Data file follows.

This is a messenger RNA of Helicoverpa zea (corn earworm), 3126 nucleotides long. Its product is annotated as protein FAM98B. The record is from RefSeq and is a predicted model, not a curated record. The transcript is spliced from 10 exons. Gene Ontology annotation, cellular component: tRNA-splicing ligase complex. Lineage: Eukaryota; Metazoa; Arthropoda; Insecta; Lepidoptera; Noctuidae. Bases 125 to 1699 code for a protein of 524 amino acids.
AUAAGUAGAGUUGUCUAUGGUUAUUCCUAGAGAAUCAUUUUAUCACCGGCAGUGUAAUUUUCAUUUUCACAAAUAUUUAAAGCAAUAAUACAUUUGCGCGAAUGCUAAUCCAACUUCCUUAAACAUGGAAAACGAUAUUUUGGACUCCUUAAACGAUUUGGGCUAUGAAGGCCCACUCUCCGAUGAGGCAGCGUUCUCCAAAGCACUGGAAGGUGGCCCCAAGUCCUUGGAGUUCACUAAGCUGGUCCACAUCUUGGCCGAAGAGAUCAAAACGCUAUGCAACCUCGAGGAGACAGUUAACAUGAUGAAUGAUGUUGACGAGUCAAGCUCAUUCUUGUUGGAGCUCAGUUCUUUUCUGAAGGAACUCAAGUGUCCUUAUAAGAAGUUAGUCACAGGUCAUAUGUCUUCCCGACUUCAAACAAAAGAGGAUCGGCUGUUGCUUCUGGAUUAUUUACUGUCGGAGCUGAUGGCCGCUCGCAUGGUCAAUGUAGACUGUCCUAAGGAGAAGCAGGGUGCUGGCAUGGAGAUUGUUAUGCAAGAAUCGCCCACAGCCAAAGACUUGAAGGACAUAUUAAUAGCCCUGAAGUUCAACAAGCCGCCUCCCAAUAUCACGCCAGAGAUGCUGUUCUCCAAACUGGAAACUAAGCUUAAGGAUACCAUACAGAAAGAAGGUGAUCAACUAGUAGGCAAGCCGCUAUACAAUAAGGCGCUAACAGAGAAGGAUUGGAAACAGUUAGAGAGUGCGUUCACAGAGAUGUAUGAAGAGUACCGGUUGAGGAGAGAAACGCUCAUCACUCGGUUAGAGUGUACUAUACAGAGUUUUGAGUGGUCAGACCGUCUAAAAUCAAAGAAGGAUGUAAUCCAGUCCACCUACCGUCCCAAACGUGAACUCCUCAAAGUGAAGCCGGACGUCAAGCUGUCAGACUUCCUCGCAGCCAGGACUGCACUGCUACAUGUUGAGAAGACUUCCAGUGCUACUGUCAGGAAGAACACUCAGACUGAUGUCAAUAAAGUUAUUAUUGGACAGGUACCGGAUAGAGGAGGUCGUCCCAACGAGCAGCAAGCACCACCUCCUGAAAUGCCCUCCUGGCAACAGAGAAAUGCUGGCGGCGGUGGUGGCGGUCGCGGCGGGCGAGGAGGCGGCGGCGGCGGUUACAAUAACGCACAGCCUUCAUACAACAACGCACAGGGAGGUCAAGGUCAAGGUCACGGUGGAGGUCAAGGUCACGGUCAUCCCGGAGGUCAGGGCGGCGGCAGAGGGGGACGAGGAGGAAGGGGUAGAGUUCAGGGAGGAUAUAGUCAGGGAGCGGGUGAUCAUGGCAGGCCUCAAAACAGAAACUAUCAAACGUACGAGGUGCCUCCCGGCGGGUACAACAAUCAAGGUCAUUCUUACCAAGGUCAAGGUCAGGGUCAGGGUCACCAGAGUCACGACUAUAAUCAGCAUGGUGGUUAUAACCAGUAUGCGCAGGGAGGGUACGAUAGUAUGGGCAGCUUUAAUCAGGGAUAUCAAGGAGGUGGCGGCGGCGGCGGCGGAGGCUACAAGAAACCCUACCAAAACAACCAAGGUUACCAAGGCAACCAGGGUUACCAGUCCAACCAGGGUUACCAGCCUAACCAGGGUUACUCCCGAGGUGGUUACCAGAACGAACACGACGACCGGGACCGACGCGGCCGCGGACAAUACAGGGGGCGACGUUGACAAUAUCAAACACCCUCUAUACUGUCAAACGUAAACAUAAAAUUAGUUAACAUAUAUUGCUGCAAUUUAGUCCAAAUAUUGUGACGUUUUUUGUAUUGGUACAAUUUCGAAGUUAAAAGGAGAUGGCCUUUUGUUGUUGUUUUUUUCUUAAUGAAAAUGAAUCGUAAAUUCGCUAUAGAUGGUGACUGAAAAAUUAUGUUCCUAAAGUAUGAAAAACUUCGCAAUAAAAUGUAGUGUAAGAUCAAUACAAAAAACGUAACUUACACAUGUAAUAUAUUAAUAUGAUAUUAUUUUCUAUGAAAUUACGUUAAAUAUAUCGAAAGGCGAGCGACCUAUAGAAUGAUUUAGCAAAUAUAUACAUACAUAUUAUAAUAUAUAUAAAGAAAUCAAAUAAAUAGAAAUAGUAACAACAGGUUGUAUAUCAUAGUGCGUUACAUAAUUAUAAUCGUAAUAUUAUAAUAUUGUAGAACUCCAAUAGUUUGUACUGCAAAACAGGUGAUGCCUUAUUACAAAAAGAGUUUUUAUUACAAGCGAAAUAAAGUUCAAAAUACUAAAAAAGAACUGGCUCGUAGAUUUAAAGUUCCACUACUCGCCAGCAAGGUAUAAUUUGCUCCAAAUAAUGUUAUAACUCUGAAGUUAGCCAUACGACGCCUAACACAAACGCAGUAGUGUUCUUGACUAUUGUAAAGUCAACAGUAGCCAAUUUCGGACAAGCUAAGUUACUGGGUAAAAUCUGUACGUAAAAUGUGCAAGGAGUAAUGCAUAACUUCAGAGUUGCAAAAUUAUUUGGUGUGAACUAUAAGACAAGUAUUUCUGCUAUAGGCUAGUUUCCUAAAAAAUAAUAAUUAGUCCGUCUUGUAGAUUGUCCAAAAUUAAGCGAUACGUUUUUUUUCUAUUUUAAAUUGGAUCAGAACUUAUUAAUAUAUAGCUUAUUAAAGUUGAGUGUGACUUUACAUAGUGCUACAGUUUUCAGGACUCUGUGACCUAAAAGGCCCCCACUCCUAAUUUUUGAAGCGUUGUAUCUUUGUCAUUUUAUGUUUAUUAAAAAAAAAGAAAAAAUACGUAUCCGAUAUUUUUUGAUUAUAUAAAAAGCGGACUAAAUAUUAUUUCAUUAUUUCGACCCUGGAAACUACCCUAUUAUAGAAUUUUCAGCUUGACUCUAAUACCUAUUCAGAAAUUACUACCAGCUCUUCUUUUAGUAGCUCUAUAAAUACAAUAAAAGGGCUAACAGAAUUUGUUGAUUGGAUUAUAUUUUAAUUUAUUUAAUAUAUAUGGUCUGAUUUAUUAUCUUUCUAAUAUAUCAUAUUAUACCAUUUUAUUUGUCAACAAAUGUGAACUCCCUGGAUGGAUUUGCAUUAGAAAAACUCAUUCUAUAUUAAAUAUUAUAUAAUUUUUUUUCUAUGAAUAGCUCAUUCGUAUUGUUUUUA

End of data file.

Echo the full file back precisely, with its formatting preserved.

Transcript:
This is a messenger RNA of Helicoverpa zea (corn earworm), 3126 nucleotides long. Its product is annotated as protein FAM98B. The record is from RefSeq and is a predicted model, not a curated record. The transcript is spliced from 10 exons. Gene Ontology annotation, cellular component: tRNA-splicing ligase complex. Lineage: Eukaryota; Metazoa; Arthropoda; Insecta; Lepidoptera; Noctuidae. Bases 125 to 1699 code for a protein of 524 amino acids.
AUAAGUAGAGUUGUCUAUGGUUAUUCCUAGAGAAUCAUUUUAUCACCGGCAGUGUAAUUUUCAUUUUCACAAAUAUUUAAAGCAAUAAUACAUUUGCGCGAAUGCUAAUCCAACUUCCUUAAACAUGGAAAACGAUAUUUUGGACUCCUUAAACGAUUUGGGCUAUGAAGGCCCACUCUCCGAUGAGGCAGCGUUCUCCAAAGCACUGGAAGGUGGCCCCAAGUCCUUGGAGUUCACUAAGCUGGUCCACAUCUUGGCCGAAGAGAUCAAAACGCUAUGCAACCUCGAGGAGACAGUUAACAUGAUGAAUGAUGUUGACGAGUCAAGCUCAUUCUUGUUGGAGCUCAGUUCUUUUCUGAAGGAACUCAAGUGUCCUUAUAAGAAGUUAGUCACAGGUCAUAUGUCUUCCCGACUUCAAACAAAAGAGGAUCGGCUGUUGCUUCUGGAUUAUUUACUGUCGGAGCUGAUGGCCGCUCGCAUGGUCAAUGUAGACUGUCCUAAGGAGAAGCAGGGUGCUGGCAUGGAGAUUGUUAUGCAAGAAUCGCCCACAGCCAAAGACUUGAAGGACAUAUUAAUAGCCCUGAAGUUCAACAAGCCGCCUCCCAAUAUCACGCCAGAGAUGCUGUUCUCCAAACUGGAAACUAAGCUUAAGGAUACCAUACAGAAAGAAGGUGAUCAACUAGUAGGCAAGCCGCUAUACAAUAAGGCGCUAACAGAGAAGGAUUGGAAACAGUUAGAGAGUGCGUUCACAGAGAUGUAUGAAGAGUACCGGUUGAGGAGAGAAACGCUCAUCACUCGGUUAGAGUGUACUAUACAGAGUUUUGAGUGGUCAGACCGUCUAAAAUCAAAGAAGGAUGUAAUCCAGUCCACCUACCGUCCCAAACGUGAACUCCUCAAAGUGAAGCCGGACGUCAAGCUGUCAGACUUCCUCGCAGCCAGGACUGCACUGCUACAUGUUGAGAAGACUUCCAGUGCUACUGUCAGGAAGAACACUCAGACUGAUGUCAAUAAAGUUAUUAUUGGACAGGUACCGGAUAGAGGAGGUCGUCCCAACGAGCAGCAAGCACCACCUCCUGAAAUGCCCUCCUGGCAACAGAGAAAUGCUGGCGGCGGUGGUGGCGGUCGCGGCGGGCGAGGAGGCGGCGGCGGCGGUUACAAUAACGCACAGCCUUCAUACAACAACGCACAGGGAGGUCAAGGUCAAGGUCACGGUGGAGGUCAAGGUCACGGUCAUCCCGGAGGUCAGGGCGGCGGCAGAGGGGGACGAGGAGGAAGGGGUAGAGUUCAGGGAGGAUAUAGUCAGGGAGCGGGUGAUCAUGGCAGGCCUCAAAACAGAAACUAUCAAACGUACGAGGUGCCUCCCGGCGGGUACAACAAUCAAGGUCAUUCUUACCAAGGUCAAGGUCAGGGUCAGGGUCACCAGAGUCACGACUAUAAUCAGCAUGGUGGUUAUAACCAGUAUGCGCAGGGAGGGUACGAUAGUAUGGGCAGCUUUAAUCAGGGAUAUCAAGGAGGUGGCGGCGGCGGCGGCGGAGGCUACAAGAAACCCUACCAAAACAACCAAGGUUACCAAGGCAACCAGGGUUACCAGUCCAACCAGGGUUACCAGCCUAACCAGGGUUACUCCCGAGGUGGUUACCAGAACGAACACGACGACCGGGACCGACGCGGCCGCGGACAAUACAGGGGGCGACGUUGACAAUAUCAAACACCCUCUAUACUGUCAAACGUAAACAUAAAAUUAGUUAACAUAUAUUGCUGCAAUUUAGUCCAAAUAUUGUGACGUUUUUUGUAUUGGUACAAUUUCGAAGUUAAAAGGAGAUGGCCUUUUGUUGUUGUUUUUUUCUUAAUGAAAAUGAAUCGUAAAUUCGCUAUAGAUGGUGACUGAAAAAUUAUGUUCCUAAAGUAUGAAAAACUUCGCAAUAAAAUGUAGUGUAAGAUCAAUACAAAAAACGUAACUUACACAUGUAAUAUAUUAAUAUGAUAUUAUUUUCUAUGAAAUUACGUUAAAUAUAUCGAAAGGCGAGCGACCUAUAGAAUGAUUUAGCAAAUAUAUACAUACAUAUUAUAAUAUAUAUAAAGAAAUCAAAUAAAUAGAAAUAGUAACAACAGGUUGUAUAUCAUAGUGCGUUACAUAAUUAUAAUCGUAAUAUUAUAAUAUUGUAGAACUCCAAUAGUUUGUACUGCAAAACAGGUGAUGCCUUAUUACAAAAAGAGUUUUUAUUACAAGCGAAAUAAAGUUCAAAAUACUAAAAAAGAACUGGCUCGUAGAUUUAAAGUUCCACUACUCGCCAGCAAGGUAUAAUUUGCUCCAAAUAAUGUUAUAACUCUGAAGUUAGCCAUACGACGCCUAACACAAACGCAGUAGUGUUCUUGACUAUUGUAAAGUCAACAGUAGCCAAUUUCGGACAAGCUAAGUUACUGGGUAAAAUCUGUACGUAAAAUGUGCAAGGAGUAAUGCAUAACUUCAGAGUUGCAAAAUUAUUUGGUGUGAACUAUAAGACAAGUAUUUCUGCUAUAGGCUAGUUUCCUAAAAAAUAAUAAUUAGUCCGUCUUGUAGAUUGUCCAAAAUUAAGCGAUACGUUUUUUUUCUAUUUUAAAUUGGAUCAGAACUUAUUAAUAUAUAGCUUAUUAAAGUUGAGUGUGACUUUACAUAGUGCUACAGUUUUCAGGACUCUGUGACCUAAAAGGCCCCCACUCCUAAUUUUUGAAGCGUUGUAUCUUUGUCAUUUUAUGUUUAUUAAAAAAAAAGAAAAAAUACGUAUCCGAUAUUUUUUGAUUAUAUAAAAAGCGGACUAAAUAUUAUUUCAUUAUUUCGACCCUGGAAACUACCCUAUUAUAGAAUUUUCAGCUUGACUCUAAUACCUAUUCAGAAAUUACUACCAGCUCUUCUUUUAGUAGCUCUAUAAAUACAAUAAAAGGGCUAACAGAAUUUGUUGAUUGGAUUAUAUUUUAAUUUAUUUAAUAUAUAUGGUCUGAUUUAUUAUCUUUCUAAUAUAUCAUAUUAUACCAUUUUAUUUGUCAACAAAUGUGAACUCCCUGGAUGGAUUUGCAUUAGAAAAACUCAUUCUAUAUUAAAUAUUAUAUAAUUUUUUUUCUAUGAAUAGCUCAUUCGUAUUGUUUUUA